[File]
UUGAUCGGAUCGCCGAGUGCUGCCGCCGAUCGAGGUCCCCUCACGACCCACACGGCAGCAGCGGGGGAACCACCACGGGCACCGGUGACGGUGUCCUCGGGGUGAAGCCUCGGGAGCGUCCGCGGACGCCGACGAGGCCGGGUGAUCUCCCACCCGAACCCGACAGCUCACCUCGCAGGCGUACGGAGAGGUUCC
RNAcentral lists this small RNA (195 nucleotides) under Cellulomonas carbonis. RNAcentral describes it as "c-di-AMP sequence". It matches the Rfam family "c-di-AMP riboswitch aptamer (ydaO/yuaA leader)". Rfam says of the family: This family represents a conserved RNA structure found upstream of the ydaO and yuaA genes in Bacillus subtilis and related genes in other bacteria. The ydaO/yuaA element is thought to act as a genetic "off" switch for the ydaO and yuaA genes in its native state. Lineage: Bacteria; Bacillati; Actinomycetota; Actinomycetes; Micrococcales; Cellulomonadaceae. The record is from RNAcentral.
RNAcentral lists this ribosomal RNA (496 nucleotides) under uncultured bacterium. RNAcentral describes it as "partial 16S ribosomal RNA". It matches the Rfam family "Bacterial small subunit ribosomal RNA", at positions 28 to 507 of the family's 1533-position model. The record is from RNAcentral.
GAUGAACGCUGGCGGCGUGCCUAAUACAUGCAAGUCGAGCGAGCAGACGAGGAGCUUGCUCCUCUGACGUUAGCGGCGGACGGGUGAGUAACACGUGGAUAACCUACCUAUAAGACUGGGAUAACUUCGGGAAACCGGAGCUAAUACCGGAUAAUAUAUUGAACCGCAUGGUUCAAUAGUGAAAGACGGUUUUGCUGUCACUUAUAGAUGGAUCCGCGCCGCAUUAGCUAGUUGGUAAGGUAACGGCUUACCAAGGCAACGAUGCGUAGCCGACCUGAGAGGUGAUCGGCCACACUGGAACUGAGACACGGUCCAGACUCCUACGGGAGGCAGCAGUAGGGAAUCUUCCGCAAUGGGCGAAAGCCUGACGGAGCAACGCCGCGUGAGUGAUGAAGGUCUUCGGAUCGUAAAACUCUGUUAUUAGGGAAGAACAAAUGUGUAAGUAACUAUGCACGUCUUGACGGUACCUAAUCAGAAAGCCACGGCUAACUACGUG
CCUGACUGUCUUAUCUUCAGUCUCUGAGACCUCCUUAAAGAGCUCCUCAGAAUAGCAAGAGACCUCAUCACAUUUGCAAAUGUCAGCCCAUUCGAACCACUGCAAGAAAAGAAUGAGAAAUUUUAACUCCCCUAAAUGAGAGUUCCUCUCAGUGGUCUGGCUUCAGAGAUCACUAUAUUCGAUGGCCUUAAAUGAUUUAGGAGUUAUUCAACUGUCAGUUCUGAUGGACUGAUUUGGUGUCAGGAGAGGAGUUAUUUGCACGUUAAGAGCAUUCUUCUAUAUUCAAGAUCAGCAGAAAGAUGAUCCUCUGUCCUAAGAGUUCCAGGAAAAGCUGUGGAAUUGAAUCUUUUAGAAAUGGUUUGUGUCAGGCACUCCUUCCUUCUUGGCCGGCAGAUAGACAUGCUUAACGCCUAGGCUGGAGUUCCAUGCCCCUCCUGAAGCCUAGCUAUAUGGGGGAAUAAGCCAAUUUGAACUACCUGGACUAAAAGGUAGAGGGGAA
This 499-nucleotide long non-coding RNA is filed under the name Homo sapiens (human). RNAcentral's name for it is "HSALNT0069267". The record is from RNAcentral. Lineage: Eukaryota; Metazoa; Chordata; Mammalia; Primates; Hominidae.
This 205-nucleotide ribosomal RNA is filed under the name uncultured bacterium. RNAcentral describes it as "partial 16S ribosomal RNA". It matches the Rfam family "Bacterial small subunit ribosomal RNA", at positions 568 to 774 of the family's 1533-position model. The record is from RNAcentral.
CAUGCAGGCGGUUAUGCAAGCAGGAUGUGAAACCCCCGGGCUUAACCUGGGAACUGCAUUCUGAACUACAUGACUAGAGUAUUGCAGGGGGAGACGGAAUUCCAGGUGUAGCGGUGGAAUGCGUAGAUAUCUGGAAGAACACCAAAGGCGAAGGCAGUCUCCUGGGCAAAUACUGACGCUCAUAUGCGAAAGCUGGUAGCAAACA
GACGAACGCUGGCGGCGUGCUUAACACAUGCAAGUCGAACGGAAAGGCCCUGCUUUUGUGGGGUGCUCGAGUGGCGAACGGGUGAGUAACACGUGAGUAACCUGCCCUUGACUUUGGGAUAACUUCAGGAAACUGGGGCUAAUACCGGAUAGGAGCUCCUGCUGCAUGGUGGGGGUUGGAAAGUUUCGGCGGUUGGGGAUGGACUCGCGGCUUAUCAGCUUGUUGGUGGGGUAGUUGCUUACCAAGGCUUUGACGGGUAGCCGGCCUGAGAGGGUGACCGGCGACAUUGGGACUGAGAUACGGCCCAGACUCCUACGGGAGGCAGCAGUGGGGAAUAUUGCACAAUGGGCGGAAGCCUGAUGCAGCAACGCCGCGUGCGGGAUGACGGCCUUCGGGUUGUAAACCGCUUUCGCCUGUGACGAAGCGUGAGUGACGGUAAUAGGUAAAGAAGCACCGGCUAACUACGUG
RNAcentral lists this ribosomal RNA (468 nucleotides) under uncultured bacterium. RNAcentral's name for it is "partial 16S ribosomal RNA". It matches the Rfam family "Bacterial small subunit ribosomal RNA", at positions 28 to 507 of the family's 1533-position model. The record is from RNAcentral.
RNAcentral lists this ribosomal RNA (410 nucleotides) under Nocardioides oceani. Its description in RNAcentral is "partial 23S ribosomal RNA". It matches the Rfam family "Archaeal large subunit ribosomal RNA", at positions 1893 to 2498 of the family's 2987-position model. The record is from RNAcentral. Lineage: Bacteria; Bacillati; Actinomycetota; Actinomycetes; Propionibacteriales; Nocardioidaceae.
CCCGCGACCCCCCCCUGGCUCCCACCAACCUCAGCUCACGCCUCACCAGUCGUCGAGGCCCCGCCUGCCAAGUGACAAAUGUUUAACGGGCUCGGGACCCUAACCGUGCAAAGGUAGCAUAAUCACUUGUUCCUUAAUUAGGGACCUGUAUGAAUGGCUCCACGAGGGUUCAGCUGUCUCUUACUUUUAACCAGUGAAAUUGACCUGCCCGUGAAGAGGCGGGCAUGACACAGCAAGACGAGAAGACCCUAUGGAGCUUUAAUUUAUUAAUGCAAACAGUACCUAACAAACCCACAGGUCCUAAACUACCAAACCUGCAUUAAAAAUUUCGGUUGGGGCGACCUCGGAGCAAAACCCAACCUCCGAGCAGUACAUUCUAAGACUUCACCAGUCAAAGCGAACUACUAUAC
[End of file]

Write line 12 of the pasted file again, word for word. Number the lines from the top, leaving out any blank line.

CCCGCGACCCCCCCCUGGCUCCCACCAACCUCAGCUCACGCCUCACCAGUCGUCGAGGCCCCGCCUGCCAAGUGACAAAUGUUUAACGGGCUCGGGACCCUAACCGUGCAAAGGUAGCAUAAUCACUUGUUCCUUAAUUAGGGACCUGUAUGAAUGGCUCCACGAGGGUUCAGCUGUCUCUUACUUUUAACCAGUGAAAUUGACCUGCCCGUGAAGAGGCGGGCAUGACACAGCAAGACGAGAAGACCCUAUGGAGCUUUAAUUUAUUAAUGCAAACAGUACCUAACAAACCCACAGGUCCUAAACUACCAAACCUGCAUUAAAAAUUUCGGUUGGGGCGACCUCGGAGCAAAACCCAACCUCCGAGCAGUACAUUCUAAGACUUCACCAGUCAAAGCGAACUACUAUAC